Description: This student interactive, from an Illuminations lesson, allows students to investigate what happens when point P is moved to various points within, on, and outside the circle. Students identify any relationships among the segments and radius. Thinkfinity Partner: Illuminations Grade Span: 9,10,11,12
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Title: Soccer Problem
Description:
This student interactive, from an Illuminations lesson, allows students to investigate a soccer problem by changing the location of a soccer player as well as the distance between the player and the goal posts. The angle changes as the player is moved, and students must therefore determine the player s position so that the angle is maximized.
Standard(s): [MA2013] GEO (912) 12: Make formal geometric constructions with a variety of tools and methods such as compass and straightedge, string, reflective devices, paper folding, and dynamic geometric software. Constructions include copying a segment; copying an angle; bisecting a segment; bisecting an angle; constructing perpendicular lines, including the perpendicular bisector of a line segment; and constructing a line parallel to a given line through a point not on the line. [GCO12] [MA2013] GEO (912) 25: Identify and describe relationships among inscribed angles, radii, and chords. Include the relationship between central, inscribed, and circumscribed angles; inscribed angles on a diameter are right angles; the radius of a circle is perpendicular to the tangent where the radius intersects the circle. [GC2] [MA2013] GEO (912) 28: Derive, using similarity, the fact that the length of the arc intercepted by an angle is proportional to the radius, and define the radian measure of the angle as the constant of proportionality; derive the formula for the area of a sector. [GC5] [MA2013] GEO (912) 41: Apply geometric methods to solve design problems (e.g., designing an object or structure to satisfy physical constraints or minimize cost, working with typographic grid systems based on ratios).* [GMG3]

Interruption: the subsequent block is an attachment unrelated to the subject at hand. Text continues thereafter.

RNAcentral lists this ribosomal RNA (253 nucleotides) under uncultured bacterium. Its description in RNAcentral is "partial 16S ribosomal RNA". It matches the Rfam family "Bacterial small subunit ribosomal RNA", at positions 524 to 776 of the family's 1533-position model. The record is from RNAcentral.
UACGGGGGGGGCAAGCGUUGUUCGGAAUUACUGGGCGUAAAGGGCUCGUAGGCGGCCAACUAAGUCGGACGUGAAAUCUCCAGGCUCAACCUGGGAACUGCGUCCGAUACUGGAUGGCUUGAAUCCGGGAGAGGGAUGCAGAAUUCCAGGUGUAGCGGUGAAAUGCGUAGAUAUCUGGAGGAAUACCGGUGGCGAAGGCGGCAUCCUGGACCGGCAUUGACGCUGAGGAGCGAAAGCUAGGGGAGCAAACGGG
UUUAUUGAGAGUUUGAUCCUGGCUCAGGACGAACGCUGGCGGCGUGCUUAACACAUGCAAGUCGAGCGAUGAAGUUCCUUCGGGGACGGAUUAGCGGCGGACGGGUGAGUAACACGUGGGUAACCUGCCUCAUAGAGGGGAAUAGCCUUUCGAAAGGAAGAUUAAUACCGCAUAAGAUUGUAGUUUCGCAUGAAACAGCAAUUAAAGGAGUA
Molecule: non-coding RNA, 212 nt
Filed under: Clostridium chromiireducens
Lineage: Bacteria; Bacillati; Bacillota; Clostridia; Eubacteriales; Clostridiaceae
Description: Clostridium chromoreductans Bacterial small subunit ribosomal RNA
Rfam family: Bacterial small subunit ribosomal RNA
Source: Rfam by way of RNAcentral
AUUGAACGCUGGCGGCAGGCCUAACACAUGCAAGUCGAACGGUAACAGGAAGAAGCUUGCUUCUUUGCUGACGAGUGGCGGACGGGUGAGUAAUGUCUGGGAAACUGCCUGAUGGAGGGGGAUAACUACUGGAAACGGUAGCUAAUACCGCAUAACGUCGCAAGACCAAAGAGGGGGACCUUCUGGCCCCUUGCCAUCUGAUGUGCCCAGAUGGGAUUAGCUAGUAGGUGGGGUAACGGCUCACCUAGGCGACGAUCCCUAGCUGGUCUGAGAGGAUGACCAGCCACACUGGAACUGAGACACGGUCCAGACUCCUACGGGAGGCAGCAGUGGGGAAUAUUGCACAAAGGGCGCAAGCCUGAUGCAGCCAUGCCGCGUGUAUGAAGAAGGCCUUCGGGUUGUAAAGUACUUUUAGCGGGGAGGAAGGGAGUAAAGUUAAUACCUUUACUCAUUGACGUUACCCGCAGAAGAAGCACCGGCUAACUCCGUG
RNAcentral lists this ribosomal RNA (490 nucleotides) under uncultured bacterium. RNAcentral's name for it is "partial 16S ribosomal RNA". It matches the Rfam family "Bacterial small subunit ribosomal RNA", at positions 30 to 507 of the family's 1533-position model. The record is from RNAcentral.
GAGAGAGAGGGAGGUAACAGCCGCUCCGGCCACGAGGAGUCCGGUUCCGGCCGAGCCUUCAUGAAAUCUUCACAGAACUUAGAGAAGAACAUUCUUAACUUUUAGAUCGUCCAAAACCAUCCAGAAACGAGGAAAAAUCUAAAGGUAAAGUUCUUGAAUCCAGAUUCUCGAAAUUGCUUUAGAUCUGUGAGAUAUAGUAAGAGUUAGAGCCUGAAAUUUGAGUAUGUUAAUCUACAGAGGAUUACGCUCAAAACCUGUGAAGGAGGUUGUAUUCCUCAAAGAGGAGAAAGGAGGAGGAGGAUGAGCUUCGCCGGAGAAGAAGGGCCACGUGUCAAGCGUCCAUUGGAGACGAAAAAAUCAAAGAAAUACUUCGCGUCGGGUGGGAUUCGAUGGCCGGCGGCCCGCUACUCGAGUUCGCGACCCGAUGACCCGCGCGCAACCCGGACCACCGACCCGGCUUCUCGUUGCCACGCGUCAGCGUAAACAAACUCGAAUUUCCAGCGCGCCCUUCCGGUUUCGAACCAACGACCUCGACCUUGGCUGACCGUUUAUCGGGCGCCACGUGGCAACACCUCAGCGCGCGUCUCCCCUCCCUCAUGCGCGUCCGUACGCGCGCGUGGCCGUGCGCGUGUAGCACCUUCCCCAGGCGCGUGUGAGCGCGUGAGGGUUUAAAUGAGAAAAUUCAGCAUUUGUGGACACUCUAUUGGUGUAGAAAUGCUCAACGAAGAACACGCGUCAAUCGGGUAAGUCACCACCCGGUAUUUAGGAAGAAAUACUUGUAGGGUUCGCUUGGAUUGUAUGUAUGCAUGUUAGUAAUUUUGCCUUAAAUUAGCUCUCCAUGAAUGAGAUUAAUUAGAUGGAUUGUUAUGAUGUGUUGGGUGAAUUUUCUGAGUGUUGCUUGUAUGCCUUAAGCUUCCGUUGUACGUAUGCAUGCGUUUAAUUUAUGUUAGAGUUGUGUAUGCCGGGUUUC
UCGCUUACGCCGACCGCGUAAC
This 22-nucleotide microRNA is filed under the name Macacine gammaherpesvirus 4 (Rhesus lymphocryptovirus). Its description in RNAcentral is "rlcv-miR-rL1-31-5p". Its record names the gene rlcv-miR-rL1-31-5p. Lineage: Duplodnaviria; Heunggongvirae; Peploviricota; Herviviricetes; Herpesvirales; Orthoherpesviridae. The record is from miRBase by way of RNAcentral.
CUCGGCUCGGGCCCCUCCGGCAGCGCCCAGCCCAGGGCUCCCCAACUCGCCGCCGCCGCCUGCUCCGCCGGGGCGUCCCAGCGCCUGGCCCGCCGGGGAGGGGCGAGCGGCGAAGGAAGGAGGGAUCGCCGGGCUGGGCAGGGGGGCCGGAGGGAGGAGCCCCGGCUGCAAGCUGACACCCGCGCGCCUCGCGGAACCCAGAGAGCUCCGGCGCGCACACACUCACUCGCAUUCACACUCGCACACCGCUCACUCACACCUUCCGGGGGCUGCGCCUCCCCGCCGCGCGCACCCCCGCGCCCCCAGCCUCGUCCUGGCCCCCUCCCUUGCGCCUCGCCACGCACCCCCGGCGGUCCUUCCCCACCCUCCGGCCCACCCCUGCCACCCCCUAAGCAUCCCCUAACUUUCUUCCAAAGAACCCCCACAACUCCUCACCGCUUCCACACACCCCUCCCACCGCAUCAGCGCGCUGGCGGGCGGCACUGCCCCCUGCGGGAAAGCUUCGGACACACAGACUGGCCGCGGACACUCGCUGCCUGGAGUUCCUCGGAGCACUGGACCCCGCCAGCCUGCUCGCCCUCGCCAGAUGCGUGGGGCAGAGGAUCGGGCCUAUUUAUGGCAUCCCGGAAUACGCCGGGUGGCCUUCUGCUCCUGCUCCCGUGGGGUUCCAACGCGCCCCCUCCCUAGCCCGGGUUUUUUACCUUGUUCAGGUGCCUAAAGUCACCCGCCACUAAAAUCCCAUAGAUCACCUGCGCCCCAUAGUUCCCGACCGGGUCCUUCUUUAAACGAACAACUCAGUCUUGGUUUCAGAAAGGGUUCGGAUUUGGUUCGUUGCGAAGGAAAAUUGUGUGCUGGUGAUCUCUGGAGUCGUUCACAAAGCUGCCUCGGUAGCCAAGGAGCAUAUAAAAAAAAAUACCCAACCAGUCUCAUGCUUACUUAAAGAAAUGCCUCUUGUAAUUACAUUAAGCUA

Subject: Mathematics Title: Soccer Problem
Description: This student interactive, from an Illuminations lesson, allows students to investigate a soccer problem by changing the location of a soccer player as well as the distance between the player and the goal posts. The angle changes as the player is moved, and students must therefore determine the player s position so that the angle is maximized. Thinkfinity Partner: Illuminations Grade Span: 9,10,11,12